David Bourget (Western Ontario)
David Chalmers (ANU, NYU)
Rafael De Clercq
Jack Alan Reynolds
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D. Pimentel, N. Brown, F. Vecchio, V. La Capra, S. Hausman, O. Lee, A. Diaz, J. Williams, S. Cooper & E. Newburger
Journal of Agricultural and Environmental Ethics 5 (2):113-146 (1992)
Burning fossil fuel in the North American continent contributes more to the CO2 global warming problem than in any other continent. The resulting climate changes are expected to alter food production. The overall changes in temperature, moisture, carbon dioxide, insect pests, plant pathogens, and weeds associated with global warming are projected to reduce food production in North America. However, in Africa, the projected slight rise in rainfall is encouraging, especially since Africa already suffers from severe shortages of rainfall. For all regions, a reduction in fossil fuel burning is vital. Adoption of sound ecological resource management, especially soil and water conservation and the prevention of deforestation, is important. Together, these steps will benefit agriculture, the environment, farmers, and society as a whole.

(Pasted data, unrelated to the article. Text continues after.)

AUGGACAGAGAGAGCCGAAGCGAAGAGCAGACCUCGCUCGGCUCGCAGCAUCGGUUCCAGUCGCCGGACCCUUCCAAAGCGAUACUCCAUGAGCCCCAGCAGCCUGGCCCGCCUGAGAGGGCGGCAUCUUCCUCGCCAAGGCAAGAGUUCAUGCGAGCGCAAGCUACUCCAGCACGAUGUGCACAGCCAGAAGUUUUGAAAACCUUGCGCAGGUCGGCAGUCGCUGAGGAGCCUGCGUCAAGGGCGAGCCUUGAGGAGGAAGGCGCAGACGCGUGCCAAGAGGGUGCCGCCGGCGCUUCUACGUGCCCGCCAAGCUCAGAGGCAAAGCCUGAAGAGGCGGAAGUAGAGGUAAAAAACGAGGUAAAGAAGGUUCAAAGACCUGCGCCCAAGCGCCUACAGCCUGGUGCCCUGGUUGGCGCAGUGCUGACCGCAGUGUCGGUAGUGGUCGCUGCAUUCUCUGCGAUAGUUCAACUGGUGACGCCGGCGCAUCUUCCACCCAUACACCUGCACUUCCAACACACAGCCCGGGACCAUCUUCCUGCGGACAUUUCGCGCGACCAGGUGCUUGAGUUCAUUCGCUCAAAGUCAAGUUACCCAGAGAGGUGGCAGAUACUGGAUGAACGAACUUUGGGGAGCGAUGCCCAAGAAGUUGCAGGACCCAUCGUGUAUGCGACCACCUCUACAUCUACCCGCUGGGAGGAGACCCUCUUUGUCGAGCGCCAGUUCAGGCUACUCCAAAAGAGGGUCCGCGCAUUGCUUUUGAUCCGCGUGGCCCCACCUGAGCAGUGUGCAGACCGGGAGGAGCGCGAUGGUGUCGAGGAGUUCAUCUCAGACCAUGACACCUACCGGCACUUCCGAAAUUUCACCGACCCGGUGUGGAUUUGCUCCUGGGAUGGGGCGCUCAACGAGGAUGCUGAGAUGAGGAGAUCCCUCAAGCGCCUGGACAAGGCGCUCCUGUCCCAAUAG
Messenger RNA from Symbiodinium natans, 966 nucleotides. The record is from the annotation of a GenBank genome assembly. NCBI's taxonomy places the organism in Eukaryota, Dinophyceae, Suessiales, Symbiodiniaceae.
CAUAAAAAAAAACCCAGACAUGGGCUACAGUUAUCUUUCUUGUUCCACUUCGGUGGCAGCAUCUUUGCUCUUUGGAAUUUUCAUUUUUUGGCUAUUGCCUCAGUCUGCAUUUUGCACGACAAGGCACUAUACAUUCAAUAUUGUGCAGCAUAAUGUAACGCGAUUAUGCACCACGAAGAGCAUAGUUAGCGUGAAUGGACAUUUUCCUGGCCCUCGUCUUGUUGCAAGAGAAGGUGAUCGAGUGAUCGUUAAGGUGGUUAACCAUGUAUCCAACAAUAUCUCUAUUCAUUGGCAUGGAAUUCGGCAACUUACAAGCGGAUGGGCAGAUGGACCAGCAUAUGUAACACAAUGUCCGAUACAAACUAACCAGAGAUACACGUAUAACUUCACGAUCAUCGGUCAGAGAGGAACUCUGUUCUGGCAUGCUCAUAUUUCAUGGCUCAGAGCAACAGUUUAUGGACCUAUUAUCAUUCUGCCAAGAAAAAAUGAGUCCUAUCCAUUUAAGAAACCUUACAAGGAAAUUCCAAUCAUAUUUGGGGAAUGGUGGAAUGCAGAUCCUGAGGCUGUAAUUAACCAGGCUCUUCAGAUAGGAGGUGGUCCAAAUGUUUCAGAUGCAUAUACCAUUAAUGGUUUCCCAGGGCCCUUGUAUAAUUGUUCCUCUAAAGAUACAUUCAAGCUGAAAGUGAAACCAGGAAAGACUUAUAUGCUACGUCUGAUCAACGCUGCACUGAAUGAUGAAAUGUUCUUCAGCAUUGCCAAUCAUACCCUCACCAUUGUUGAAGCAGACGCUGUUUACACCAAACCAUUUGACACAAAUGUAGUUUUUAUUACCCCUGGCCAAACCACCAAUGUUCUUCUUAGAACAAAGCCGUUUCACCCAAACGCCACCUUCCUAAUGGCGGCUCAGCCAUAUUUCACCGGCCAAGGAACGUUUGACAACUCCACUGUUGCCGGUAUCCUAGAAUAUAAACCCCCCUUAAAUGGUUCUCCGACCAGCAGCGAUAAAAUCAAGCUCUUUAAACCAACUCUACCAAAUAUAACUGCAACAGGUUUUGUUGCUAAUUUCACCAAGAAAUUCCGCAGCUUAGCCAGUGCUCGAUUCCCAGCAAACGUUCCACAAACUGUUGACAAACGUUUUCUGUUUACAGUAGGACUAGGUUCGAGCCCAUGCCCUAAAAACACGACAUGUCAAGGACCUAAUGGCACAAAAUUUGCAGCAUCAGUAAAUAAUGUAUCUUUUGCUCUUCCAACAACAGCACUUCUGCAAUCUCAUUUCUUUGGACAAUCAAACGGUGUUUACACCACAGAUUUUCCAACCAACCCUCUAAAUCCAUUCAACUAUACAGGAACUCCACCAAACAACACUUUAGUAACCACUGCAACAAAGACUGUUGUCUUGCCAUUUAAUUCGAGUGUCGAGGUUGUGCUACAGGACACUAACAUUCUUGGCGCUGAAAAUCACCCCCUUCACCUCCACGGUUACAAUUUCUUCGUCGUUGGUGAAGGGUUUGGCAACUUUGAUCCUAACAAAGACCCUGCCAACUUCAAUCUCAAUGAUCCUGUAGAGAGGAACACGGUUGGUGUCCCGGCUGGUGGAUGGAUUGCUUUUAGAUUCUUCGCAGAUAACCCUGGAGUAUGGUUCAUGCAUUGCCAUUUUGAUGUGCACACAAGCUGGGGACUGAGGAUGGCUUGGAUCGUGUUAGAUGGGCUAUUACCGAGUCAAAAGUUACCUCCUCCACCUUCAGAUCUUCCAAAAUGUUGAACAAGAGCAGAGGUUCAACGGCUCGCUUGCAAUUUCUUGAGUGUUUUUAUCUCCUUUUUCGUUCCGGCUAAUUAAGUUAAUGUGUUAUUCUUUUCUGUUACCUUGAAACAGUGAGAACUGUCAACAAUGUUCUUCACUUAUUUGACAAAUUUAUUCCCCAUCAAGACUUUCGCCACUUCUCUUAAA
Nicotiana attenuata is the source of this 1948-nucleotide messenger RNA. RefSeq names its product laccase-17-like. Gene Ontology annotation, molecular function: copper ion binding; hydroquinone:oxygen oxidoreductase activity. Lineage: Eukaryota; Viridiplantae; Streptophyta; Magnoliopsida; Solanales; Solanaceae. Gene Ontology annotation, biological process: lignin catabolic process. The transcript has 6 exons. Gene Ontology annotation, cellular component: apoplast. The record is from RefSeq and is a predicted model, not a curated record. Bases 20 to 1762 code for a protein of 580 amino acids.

|Keywords||climate change food agriculture ethics technologies|
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Patrik Baard (2015). Adaptive Ideals and Aspirational Goals: The Utopian Ideals and Realist Constraints of Climate Change Adaptation. Journal of Agricultural and Environmental Ethics 28 (4):739-757.
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